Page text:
(INDIANAPOLIS) – Indiana’s stay-home order takes effect at midnight Tuesday night, and Governor Holcomb says the state won’t rush to end it.
Holcomb warns Indiana risks becoming Italy or New York if it doesn’t act aggressively to slow the spread of coronavirus. He says you need only look at Marion County’s infection rate to see the risks — the county’s 161 coronavirus cases represent nearly half the statewide total, and health commissioner Kristina Box warns the pandemic is still in its early stages.
Holcomb had said last week he wasn’t ready to order Hoosiers to stay home. On Monday, he became the 14th governor to do so — three more states have followed since. Holcomb says he issued the order after reviewing the trendline in the states where the virus showed up first. Box says states like Washington and California had a two-week head start on Indiana, and Holcomb warns the state can’t risk being where those states are now two weeks from now.
The order to stay home and close all nonessential businesses is in effect for two weeks. State Police
Superintendent Doug Carter says he’s instructed troopers and urged local police departments to use
discretion in enforcing the order. Holcomb says it’s not meant to be a “hammer,” but to send Hoosiers a clear message of how serious the epidemic is and seek their buy-in to keep its impact as minimal as possible.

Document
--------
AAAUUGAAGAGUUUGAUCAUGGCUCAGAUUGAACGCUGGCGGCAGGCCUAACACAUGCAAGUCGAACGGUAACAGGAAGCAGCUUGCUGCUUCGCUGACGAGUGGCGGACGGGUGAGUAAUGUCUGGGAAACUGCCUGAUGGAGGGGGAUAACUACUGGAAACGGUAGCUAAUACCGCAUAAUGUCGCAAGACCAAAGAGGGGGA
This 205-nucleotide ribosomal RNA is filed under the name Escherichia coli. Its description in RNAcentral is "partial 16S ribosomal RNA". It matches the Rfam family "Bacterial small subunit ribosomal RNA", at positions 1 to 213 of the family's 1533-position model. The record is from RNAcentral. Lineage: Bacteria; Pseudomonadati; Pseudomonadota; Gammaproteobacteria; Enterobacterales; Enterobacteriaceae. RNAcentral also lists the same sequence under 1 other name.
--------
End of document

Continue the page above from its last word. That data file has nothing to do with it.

13 Hoosiers have died from the virus so far, and Box warns the illness won’t be limited to senior citizens but will affect all age groups. Holcomb notes even if you have low-grade symptoms, you’re still a carrier, and the person you pass the virus too may be hit much harder,. He says the whole point of the stay-home order is to minimize that spread so hospitals can keep up.
Community Health Network has issued a plea for donations of masks, gowns and other protective gear. Box says state prisoners have been put to work sewing masks, and Holcomb says an anonymous donor dropped off 150 surgical masks at the State Department of Health. The state is also expecting more of its population-determined share from a national stockpile.
Eskenazi Health will run a special quarantine shelter for the homeless who otherwise don’t have anywhere to hunker down, using a $5 million grant from the Lilly Endowment. And Holcomb says he’ll announce steps on Wednesday to help independent contractors who can’t file for unemployment.